Let me give you a personal example. Some of you know that my husband passed away in March of this year after 10 years of health issues which had escalated over the past 3 years. Just before he went to the hospital for a minor surgery, I picked up a routine prescription that he would need when he got home. Sadly, he never made it home. In my frantic effort to gain some control over my life during that awful time, a few days after his death, I took the prescription back to my pharmacy – Publix. I was certain they wouldn’t be able to take it back and sure enough, the pharmacy tech informed me that wasn’t permitted through their system. She asked the pharmacist and he agreed. They were not permitted to accept the drugs back. Now…here’s where the “delight your customer” attitude comes in. The pharmacist expressed his condolences and told me they would give me full credit, even though they couldn’t accept the drugs. The other pharmacist on duty came from behind the counter to give me a hug. Wow. It was “only” $47, but $47, especially in those circumstances, can seem like a lot of money going down the drain. But they gave me that $47 back. Could they afford it? Yep. They probably do $47 in business every minute! Did they have to do that? Nope. Do you think I will ever get prescriptions through any other pharmacy if I can help it? No, I surely will not.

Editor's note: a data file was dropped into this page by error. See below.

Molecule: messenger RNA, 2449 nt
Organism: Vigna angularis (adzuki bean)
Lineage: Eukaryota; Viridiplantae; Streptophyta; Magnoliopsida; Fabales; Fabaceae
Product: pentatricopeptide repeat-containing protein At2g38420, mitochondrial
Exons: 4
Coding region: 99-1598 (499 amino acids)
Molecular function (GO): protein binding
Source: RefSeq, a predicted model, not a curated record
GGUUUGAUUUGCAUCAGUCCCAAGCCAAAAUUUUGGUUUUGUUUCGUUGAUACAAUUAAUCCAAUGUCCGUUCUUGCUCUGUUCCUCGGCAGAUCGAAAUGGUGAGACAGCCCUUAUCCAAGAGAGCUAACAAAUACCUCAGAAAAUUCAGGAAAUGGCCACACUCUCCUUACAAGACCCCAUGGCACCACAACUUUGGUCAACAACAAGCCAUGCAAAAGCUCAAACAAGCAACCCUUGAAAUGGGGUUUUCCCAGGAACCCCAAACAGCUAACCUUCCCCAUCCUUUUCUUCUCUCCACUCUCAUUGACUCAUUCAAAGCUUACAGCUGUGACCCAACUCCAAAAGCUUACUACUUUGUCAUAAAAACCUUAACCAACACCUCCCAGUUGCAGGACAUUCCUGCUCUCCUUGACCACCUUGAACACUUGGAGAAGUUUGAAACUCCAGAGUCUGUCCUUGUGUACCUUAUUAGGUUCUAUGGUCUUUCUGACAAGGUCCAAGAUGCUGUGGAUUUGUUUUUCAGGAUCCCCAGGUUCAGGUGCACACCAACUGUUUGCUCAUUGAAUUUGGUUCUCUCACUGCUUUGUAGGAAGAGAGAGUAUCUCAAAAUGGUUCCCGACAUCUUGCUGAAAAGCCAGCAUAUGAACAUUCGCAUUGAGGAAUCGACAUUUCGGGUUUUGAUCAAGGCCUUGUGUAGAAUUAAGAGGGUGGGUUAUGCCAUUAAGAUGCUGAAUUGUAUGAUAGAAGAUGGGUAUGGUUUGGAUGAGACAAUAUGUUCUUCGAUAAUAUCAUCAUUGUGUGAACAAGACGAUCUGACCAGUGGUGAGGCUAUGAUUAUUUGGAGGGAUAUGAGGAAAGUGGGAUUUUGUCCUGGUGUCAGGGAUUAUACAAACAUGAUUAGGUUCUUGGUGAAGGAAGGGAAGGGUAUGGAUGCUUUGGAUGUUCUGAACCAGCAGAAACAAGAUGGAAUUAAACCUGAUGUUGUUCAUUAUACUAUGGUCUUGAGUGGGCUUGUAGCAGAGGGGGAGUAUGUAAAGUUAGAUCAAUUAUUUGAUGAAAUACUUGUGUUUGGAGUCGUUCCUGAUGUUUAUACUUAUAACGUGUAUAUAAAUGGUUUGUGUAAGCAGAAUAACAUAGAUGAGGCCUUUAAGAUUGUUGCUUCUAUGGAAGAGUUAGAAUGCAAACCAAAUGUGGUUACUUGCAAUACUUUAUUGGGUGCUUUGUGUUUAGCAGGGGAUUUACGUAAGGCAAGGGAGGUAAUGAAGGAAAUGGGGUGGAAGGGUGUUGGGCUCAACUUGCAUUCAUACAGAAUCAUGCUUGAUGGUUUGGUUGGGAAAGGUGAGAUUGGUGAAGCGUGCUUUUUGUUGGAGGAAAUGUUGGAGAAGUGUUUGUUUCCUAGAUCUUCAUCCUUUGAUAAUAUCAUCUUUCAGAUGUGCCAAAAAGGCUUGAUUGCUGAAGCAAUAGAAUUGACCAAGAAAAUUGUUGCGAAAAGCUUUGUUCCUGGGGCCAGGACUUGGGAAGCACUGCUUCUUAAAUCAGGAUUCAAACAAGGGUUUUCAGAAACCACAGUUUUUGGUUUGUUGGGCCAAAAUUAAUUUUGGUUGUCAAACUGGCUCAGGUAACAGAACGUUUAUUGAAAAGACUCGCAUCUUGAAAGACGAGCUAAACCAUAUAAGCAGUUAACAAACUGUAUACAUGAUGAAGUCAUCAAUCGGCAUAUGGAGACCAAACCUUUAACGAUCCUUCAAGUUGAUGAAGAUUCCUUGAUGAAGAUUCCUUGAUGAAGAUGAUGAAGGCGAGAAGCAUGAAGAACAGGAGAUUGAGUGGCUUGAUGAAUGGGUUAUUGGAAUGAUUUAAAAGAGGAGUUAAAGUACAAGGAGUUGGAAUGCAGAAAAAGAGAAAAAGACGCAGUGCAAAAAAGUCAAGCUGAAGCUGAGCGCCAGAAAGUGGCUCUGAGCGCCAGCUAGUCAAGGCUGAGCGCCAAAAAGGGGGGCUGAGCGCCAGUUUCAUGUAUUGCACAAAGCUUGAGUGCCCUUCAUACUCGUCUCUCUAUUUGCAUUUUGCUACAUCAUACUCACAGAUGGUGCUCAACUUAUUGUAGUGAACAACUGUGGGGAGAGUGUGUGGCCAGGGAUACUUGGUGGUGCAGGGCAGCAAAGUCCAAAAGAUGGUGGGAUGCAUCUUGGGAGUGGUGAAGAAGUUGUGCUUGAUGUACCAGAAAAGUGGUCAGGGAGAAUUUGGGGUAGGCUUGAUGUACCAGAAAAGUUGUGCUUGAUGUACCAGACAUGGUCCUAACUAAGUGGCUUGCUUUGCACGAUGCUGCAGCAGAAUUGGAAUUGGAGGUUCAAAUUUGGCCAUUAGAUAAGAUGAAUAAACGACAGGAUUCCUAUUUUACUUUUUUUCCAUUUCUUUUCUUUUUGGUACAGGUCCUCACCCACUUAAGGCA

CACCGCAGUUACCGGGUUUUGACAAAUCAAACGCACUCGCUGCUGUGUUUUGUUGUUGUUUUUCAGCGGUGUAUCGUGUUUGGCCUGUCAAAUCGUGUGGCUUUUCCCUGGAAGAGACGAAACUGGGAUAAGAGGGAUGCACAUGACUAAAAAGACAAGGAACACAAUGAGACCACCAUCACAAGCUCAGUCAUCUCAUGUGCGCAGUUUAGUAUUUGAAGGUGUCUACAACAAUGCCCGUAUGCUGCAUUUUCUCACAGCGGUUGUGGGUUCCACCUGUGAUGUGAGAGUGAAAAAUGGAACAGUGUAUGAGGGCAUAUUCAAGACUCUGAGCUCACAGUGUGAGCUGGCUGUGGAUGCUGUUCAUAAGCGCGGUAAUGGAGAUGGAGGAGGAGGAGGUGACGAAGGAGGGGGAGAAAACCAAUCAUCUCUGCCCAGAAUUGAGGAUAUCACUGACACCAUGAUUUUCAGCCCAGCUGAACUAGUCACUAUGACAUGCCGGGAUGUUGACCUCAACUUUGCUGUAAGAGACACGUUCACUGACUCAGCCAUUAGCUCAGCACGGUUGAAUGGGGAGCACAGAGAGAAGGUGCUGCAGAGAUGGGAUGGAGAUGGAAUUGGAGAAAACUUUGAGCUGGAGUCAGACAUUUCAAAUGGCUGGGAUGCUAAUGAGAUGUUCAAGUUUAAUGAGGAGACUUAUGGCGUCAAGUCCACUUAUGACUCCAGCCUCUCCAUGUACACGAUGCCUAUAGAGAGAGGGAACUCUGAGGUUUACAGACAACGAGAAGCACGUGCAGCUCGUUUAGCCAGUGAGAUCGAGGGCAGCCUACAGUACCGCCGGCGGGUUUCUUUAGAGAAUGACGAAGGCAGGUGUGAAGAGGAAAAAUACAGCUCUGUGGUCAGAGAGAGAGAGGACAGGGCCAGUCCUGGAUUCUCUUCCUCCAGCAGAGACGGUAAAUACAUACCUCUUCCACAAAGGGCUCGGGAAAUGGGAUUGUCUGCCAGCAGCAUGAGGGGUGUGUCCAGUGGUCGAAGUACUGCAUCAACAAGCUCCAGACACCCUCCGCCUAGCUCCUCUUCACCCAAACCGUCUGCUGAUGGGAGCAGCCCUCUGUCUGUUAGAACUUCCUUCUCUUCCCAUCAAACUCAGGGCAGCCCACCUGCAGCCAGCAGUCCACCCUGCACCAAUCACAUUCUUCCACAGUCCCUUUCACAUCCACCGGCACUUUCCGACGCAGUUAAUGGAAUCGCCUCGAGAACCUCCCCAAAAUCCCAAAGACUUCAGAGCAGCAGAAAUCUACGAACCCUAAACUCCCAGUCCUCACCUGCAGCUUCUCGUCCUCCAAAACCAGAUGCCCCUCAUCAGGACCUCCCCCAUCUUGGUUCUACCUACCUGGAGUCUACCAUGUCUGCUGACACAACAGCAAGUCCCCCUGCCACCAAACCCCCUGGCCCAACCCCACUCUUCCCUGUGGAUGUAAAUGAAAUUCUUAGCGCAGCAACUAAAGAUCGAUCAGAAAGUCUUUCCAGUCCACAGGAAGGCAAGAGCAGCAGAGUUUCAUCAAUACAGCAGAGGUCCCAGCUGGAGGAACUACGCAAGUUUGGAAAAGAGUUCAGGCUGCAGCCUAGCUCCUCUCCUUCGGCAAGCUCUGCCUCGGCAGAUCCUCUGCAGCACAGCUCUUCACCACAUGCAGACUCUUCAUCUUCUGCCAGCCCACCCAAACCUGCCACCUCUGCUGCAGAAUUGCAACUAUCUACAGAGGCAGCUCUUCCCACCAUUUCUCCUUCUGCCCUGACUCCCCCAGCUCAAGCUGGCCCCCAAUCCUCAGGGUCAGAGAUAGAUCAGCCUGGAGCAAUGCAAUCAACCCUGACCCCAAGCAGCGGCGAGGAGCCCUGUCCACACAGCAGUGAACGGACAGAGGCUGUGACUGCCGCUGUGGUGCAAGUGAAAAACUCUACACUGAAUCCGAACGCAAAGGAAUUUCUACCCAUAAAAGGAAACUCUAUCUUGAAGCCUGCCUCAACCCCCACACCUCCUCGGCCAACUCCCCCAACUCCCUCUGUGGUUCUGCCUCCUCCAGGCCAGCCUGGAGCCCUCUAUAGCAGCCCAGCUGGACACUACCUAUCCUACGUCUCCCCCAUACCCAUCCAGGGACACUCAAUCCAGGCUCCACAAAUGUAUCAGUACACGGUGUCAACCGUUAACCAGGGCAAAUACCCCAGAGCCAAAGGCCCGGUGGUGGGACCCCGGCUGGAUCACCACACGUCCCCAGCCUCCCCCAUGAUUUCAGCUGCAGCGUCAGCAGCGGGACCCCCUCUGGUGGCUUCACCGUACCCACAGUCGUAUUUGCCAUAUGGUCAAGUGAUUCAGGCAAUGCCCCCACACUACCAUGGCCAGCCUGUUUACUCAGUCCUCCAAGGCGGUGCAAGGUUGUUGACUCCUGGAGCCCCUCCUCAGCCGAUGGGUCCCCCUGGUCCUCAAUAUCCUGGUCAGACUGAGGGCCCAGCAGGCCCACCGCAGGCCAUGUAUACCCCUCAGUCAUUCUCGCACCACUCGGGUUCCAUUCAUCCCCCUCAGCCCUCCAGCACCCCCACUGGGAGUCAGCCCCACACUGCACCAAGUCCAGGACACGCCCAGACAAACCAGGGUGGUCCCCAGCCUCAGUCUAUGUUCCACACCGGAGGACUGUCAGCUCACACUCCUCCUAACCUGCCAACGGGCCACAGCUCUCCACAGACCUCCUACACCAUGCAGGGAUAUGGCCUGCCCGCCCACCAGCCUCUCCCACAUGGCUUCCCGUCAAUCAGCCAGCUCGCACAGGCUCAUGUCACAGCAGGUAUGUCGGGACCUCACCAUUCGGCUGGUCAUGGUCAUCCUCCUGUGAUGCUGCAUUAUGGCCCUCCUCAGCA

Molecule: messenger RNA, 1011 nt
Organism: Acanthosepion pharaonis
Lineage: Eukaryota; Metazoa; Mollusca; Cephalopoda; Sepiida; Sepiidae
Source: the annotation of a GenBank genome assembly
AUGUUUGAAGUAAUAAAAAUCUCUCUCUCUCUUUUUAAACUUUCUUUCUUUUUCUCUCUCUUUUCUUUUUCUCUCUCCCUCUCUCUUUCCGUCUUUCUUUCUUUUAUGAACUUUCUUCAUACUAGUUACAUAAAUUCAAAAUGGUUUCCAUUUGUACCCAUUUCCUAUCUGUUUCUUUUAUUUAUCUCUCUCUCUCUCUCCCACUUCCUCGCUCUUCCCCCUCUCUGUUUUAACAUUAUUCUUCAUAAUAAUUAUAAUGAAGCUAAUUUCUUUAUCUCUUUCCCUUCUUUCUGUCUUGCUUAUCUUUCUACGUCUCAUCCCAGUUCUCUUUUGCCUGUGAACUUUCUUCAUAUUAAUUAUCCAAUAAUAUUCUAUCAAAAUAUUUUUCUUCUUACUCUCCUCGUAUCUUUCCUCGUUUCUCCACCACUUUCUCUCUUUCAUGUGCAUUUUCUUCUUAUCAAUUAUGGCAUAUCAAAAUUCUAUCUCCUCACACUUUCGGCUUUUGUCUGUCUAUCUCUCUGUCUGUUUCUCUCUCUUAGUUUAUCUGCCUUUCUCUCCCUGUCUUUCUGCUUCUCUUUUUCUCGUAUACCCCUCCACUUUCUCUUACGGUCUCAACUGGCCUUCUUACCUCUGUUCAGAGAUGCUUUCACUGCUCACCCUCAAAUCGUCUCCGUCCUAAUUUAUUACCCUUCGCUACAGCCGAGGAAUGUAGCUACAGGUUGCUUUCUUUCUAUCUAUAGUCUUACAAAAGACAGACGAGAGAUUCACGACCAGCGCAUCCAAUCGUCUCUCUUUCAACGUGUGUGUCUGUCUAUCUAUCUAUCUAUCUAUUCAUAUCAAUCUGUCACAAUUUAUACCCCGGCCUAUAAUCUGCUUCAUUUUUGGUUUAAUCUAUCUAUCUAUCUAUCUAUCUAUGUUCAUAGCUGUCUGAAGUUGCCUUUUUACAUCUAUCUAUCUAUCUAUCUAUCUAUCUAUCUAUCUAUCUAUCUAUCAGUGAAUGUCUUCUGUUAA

Okay, so that’s a pretty dramatic example of exceptional customer service. But let’s look at life through the lens of your patrons.

What “stuff” are they bringing with them when they enter your library? Personal health issues? Relationship problems? Financial problems? An argument with the teenage child? Too many obligations? A negative customer service experience with some other entity in the past 24 hours? As we all know, those kinds of experiences are all too common these days!

If you think about it, the chances of them having had an exceptionally good customer experience in the recent past – with anyone – is fairly small these days. At least that’s the way it feels to a lot of people I speak with as I travel in my work.